This isn’t just speculation. Many of these established services have a history of not following Android’s API and design guidance. They’ve adopted their own design language that sits somewhere in the middle between Google’s and Apple’s, to create a cohesive experience for their own brand across platforms. Cohesion with other apps on either of these platforms is the last thing on their mind. And every time Google has introduced new features or APIs, these services have taken forever and a day to add them to their app. Just remember how long many apps took to adopt notification channels on Android because they go against every company’s instinct to bombard you with hundreds of daily pings.
So third-party developers of popular services with widely-recognized colors aren’t going to bend to Google’s will and throw away everything that makes them unique. Only smaller developers with generic apps — some of your RSS readers, money trackers, file managers, local photo galleries, and so on — will likely adopt Material You. And they’ll be very happy to feel right at home next to themed Gmail, Chrome, and YouTube.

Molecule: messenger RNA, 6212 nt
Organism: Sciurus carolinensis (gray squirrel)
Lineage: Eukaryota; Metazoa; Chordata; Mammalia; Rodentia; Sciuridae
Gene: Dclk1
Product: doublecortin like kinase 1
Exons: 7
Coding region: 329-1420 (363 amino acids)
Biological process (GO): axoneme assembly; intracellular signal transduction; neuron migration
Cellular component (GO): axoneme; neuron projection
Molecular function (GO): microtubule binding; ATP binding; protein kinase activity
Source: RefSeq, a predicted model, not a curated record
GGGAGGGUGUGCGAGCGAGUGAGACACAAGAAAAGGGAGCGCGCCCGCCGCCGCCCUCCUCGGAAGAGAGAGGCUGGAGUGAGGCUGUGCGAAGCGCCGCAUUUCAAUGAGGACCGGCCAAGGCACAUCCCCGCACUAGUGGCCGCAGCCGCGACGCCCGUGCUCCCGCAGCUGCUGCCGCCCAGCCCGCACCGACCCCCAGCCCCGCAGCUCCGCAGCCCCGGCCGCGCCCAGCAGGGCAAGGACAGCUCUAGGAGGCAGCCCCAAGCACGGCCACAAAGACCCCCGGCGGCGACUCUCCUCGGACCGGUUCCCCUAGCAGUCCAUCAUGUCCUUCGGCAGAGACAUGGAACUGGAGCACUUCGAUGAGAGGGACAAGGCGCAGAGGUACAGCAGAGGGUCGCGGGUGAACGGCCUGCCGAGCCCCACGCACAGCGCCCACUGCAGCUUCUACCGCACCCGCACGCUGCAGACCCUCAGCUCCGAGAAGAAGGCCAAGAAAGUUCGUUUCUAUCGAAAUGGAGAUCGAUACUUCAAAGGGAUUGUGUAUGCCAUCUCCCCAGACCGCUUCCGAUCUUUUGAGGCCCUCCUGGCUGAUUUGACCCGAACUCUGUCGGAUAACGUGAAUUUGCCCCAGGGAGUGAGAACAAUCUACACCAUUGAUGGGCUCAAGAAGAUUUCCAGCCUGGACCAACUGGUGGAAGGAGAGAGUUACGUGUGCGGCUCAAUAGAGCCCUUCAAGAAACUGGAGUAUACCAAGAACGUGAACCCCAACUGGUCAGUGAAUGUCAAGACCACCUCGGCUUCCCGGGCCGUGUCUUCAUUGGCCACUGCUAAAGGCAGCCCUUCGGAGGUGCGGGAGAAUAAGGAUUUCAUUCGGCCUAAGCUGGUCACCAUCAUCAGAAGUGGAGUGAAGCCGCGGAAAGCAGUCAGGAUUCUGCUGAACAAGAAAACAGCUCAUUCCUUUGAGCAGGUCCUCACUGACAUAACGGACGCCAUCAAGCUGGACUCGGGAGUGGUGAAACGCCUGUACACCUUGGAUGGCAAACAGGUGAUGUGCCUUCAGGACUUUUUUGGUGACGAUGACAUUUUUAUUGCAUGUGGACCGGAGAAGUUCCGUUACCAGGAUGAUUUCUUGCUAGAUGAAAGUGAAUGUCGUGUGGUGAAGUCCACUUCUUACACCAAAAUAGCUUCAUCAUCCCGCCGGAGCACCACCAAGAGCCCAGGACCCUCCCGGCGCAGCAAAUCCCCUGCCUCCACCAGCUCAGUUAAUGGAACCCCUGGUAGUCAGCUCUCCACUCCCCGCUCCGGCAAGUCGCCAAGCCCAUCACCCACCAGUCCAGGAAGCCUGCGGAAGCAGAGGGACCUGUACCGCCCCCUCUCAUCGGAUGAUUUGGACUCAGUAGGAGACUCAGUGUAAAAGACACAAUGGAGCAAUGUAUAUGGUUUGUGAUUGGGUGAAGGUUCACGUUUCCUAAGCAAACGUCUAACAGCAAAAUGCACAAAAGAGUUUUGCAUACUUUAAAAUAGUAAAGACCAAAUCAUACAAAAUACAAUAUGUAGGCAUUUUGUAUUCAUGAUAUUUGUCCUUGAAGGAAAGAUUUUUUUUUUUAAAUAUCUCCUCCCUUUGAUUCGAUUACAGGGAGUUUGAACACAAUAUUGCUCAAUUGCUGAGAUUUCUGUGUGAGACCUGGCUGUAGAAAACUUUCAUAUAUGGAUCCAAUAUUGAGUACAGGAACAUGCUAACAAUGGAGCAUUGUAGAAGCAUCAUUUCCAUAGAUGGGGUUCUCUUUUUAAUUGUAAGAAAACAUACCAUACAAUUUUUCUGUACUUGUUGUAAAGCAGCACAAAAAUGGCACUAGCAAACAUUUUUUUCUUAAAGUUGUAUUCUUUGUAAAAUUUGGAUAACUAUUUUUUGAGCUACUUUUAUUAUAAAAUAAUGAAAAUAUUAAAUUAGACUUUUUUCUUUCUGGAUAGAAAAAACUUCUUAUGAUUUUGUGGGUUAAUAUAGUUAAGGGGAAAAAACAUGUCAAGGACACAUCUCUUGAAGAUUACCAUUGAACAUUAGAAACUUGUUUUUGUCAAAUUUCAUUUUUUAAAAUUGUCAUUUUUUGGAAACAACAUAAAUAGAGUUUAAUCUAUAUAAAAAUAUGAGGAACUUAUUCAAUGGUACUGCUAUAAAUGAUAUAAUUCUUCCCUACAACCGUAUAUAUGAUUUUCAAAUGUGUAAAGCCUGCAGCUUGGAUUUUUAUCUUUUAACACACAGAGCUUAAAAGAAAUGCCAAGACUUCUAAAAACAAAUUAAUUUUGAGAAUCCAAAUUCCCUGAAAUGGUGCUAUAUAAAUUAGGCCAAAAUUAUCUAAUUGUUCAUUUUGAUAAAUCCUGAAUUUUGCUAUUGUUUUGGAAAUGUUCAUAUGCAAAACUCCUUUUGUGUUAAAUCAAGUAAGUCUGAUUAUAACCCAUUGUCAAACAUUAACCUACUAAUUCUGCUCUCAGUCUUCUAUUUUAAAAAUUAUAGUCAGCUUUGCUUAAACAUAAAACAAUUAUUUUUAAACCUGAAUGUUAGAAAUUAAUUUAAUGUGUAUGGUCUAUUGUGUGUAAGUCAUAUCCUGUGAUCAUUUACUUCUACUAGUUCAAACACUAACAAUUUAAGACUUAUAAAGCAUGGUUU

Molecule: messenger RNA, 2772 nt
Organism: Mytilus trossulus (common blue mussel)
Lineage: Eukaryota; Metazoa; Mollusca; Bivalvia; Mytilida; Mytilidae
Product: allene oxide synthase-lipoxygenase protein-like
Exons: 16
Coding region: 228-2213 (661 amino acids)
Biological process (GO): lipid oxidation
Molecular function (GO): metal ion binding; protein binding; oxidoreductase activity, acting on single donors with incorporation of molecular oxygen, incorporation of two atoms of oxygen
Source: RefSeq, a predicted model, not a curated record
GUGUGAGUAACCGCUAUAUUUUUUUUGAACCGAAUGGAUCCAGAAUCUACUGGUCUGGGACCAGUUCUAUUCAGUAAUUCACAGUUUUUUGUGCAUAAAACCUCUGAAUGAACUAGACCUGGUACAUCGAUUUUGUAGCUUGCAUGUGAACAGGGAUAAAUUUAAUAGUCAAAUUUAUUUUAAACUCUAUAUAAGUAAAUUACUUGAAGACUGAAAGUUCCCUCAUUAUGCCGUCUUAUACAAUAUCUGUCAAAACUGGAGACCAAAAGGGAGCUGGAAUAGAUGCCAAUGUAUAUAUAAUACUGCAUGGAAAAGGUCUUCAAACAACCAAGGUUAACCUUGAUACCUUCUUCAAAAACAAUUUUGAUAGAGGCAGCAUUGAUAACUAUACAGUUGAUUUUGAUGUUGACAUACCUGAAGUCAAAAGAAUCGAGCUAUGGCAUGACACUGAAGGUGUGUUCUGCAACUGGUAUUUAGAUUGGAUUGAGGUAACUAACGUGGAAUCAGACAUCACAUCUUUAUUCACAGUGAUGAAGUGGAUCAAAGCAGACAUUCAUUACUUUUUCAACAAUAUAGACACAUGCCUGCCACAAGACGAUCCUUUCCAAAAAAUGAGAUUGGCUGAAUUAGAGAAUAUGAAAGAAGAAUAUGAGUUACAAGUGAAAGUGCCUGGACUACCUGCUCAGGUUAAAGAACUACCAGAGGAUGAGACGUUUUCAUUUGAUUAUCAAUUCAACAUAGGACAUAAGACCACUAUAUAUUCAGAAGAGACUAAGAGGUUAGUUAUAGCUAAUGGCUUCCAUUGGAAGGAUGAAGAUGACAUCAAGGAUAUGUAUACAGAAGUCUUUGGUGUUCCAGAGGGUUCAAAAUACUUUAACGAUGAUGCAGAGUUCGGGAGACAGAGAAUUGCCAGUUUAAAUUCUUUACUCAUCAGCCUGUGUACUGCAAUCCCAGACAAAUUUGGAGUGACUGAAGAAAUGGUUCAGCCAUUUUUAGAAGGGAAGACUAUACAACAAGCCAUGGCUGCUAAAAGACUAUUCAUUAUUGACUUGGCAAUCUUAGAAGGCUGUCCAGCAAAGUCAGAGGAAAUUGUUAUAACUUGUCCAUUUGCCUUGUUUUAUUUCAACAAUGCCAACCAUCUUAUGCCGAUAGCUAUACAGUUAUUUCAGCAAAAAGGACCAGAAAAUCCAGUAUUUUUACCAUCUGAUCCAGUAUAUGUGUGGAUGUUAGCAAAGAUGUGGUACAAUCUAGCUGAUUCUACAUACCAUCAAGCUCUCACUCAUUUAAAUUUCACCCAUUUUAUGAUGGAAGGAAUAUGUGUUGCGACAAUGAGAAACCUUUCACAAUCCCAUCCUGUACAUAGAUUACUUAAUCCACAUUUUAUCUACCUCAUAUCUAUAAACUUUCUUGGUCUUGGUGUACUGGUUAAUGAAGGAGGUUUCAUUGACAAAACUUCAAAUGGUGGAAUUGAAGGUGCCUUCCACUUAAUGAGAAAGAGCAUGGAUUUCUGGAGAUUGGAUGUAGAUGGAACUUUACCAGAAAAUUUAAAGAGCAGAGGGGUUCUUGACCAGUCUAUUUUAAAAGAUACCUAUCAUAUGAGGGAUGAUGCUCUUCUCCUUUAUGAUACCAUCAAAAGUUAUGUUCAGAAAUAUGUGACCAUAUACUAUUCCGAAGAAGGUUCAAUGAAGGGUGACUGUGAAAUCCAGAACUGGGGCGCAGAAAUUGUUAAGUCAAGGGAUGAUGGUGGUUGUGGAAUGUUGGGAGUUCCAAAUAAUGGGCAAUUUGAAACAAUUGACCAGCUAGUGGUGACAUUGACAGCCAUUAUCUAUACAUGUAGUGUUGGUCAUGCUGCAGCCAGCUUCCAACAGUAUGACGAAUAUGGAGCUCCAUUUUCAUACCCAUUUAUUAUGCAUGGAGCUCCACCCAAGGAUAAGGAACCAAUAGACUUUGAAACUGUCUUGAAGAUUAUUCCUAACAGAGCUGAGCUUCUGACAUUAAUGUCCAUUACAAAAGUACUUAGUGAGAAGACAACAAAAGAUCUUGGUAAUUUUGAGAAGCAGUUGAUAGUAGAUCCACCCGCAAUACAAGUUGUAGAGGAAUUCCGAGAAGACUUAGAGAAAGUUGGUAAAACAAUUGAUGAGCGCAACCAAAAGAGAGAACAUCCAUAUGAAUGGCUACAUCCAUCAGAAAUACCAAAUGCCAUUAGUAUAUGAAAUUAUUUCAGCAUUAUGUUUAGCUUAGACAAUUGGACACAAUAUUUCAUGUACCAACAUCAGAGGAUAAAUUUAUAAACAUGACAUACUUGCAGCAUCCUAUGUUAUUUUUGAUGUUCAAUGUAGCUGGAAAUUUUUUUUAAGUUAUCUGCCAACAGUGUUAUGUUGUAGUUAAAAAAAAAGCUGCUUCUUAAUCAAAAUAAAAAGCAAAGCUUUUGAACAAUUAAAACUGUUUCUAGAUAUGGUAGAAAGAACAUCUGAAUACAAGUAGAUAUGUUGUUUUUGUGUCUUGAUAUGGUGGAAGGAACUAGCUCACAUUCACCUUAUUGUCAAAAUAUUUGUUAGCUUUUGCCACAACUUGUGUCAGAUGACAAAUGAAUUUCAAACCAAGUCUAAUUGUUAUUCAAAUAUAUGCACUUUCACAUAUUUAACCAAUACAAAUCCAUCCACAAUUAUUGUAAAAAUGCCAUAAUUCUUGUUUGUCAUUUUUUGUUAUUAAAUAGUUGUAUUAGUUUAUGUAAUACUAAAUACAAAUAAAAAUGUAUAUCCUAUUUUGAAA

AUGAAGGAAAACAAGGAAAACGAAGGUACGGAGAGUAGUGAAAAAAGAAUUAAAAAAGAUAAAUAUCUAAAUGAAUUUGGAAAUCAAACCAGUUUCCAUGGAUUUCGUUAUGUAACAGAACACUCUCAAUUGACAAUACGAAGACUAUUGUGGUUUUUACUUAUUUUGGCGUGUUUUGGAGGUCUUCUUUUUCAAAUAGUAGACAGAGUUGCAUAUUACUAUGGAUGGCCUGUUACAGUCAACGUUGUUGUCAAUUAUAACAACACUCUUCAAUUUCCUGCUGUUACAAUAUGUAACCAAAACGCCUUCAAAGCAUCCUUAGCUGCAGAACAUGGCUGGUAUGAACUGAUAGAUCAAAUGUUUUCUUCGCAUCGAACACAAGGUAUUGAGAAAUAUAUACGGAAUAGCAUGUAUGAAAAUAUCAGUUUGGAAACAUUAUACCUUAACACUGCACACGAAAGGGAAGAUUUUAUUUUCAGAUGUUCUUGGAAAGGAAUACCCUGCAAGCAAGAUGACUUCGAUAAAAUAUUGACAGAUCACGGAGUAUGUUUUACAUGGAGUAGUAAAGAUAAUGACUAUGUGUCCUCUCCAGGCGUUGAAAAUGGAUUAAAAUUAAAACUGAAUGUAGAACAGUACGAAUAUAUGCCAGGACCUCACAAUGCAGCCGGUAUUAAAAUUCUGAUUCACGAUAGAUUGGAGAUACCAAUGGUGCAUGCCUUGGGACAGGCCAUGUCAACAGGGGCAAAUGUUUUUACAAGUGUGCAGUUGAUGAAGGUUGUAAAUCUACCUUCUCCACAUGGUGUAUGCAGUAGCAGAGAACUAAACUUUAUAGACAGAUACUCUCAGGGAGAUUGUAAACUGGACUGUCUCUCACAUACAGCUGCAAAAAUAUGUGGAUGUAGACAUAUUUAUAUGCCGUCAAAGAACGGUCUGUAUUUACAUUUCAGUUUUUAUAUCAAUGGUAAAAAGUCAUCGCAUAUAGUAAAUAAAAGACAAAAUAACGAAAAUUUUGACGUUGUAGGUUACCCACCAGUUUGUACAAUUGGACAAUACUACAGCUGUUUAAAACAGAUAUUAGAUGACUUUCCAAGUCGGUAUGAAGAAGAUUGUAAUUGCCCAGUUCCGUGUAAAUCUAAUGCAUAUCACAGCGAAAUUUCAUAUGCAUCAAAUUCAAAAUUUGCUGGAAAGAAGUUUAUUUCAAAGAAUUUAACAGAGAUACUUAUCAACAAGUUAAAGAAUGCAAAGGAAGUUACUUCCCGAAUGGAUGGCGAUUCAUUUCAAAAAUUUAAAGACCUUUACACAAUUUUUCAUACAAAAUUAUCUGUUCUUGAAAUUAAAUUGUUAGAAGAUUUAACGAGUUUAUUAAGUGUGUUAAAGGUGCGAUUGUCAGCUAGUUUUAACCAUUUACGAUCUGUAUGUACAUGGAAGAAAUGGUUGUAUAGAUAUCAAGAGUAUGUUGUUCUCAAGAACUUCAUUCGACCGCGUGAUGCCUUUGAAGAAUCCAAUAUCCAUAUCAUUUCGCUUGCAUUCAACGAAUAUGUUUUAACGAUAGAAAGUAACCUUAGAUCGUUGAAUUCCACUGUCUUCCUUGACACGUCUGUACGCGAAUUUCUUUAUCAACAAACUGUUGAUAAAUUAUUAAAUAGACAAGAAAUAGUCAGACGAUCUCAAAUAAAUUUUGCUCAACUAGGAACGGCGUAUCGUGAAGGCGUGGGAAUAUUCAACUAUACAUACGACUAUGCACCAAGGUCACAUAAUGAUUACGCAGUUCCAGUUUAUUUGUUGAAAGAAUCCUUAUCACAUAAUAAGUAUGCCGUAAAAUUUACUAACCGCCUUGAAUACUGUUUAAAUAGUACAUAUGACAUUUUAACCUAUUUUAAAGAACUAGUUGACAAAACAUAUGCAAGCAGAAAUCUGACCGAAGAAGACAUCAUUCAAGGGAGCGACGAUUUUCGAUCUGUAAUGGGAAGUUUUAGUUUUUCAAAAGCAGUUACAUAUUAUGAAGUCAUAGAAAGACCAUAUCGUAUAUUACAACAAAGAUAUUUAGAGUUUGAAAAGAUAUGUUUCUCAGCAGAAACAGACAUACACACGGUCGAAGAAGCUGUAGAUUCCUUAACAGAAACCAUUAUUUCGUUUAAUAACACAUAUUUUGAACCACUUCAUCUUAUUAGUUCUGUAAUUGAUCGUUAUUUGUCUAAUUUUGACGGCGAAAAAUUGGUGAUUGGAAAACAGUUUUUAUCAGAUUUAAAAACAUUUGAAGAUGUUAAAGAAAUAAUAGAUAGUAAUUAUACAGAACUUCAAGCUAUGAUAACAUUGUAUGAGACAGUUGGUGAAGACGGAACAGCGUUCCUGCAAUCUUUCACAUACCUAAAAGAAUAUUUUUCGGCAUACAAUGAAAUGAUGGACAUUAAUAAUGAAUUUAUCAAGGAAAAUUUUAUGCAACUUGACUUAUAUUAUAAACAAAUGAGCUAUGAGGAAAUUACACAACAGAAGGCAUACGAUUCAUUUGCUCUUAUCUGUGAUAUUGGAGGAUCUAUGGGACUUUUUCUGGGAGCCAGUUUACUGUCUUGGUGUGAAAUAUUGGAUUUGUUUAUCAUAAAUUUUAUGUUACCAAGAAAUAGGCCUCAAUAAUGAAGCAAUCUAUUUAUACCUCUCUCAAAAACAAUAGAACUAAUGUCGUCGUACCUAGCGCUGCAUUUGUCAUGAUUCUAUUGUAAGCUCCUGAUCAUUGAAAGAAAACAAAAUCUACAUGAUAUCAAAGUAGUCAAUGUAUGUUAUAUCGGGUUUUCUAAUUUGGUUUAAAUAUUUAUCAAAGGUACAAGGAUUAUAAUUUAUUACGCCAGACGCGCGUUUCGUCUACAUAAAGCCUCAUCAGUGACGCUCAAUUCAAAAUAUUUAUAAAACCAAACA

But that leaves Material You in an incomplete state. Google can generate as many home screen renders full of themed icons and widgets as it wants, we all know my home screen and yours will be an unappealing mix of properly themed icons/widgets and unchanged ones. We know some apps will follow the dynamic theme throughout their interface but others won’t. And I don’t see any Google incentive changing that.
Material You themes and half-baked customization
Users interested in proper customization have long ago gravitated toward third-party launchers, icon packs, and KGWT widgets (or similar). When you’re that far down the rabbit hole of home screen modding, you know that the only solution is to manually apply icons to apps that aren’t supported by default. Your local bank or supermarket don’t have icons that fit with the rest? Just use generic banking and grocery icons. You can’t find a weather or calendar widget that fits your design? Build them yourself.
Either app developers implement Material You or not. Users can't manually force any icon or widget to follow along.